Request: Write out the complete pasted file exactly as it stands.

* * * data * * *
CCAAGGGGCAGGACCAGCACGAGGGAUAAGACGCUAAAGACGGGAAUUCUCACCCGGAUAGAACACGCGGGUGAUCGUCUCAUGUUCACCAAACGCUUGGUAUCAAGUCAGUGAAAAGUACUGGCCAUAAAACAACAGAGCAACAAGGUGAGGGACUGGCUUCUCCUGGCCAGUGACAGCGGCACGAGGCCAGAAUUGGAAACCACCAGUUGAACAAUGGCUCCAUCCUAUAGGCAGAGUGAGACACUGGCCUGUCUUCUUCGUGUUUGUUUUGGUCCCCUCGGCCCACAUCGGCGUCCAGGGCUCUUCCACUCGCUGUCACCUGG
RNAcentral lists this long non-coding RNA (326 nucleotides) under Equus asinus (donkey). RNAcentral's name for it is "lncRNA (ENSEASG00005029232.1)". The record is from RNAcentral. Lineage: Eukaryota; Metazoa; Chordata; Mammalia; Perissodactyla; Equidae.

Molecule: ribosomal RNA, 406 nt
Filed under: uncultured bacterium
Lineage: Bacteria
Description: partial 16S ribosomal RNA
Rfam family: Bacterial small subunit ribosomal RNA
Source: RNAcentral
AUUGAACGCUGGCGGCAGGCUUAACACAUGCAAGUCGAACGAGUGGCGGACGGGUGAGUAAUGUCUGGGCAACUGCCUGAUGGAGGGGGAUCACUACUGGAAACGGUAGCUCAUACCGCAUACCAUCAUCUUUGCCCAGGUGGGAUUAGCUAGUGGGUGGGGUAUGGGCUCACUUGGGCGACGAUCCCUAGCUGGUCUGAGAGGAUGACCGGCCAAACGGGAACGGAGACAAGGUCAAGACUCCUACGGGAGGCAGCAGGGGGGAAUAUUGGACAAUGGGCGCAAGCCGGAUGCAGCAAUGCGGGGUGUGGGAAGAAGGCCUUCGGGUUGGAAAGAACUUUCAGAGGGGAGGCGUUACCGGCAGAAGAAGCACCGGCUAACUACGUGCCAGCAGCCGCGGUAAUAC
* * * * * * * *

CCAAGGGGCAGGACCAGCACGAGGGAUAAGACGCUAAAGACGGGAAUUCUCACCCGGAUAGAACACGCGGGUGAUCGUCUCAUGUUCACCAAACGCUUGGUAUCAAGUCAGUGAAAAGUACUGGCCAUAAAACAACAGAGCAACAAGGUGAGGGACUGGCUUCUCCUGGCCAGUGACAGCGGCACGAGGCCAGAAUUGGAAACCACCAGUUGAACAAUGGCUCCAUCCUAUAGGCAGAGUGAGACACUGGCCUGUCUUCUUCGUGUUUGUUUUGGUCCCCUCGGCCCACAUCGGCGUCCAGGGCUCUUCCACUCGCUGUCACCUGG
RNAcentral lists this long non-coding RNA (326 nucleotides) under Equus asinus (donkey). RNAcentral's name for it is "lncRNA (ENSEASG00005029232.1)". The record is from RNAcentral. Lineage: Eukaryota; Metazoa; Chordata; Mammalia; Perissodactyla; Equidae.

Molecule: ribosomal RNA, 406 nt
Filed under: uncultured bacterium
Lineage: Bacteria
Description: partial 16S ribosomal RNA
Rfam family: Bacterial small subunit ribosomal RNA
Source: RNAcentral
AUUGAACGCUGGCGGCAGGCUUAACACAUGCAAGUCGAACGAGUGGCGGACGGGUGAGUAAUGUCUGGGCAACUGCCUGAUGGAGGGGGAUCACUACUGGAAACGGUAGCUCAUACCGCAUACCAUCAUCUUUGCCCAGGUGGGAUUAGCUAGUGGGUGGGGUAUGGGCUCACUUGGGCGACGAUCCCUAGCUGGUCUGAGAGGAUGACCGGCCAAACGGGAACGGAGACAAGGUCAAGACUCCUACGGGAGGCAGCAGGGGGGAAUAUUGGACAAUGGGCGCAAGCCGGAUGCAGCAAUGCGGGGUGUGGGAAGAAGGCCUUCGGGUUGGAAAGAACUUUCAGAGGGGAGGCGUUACCGGCAGAAGAAGCACCGGCUAACUACGUGCCAGCAGCCGCGGUAAUAC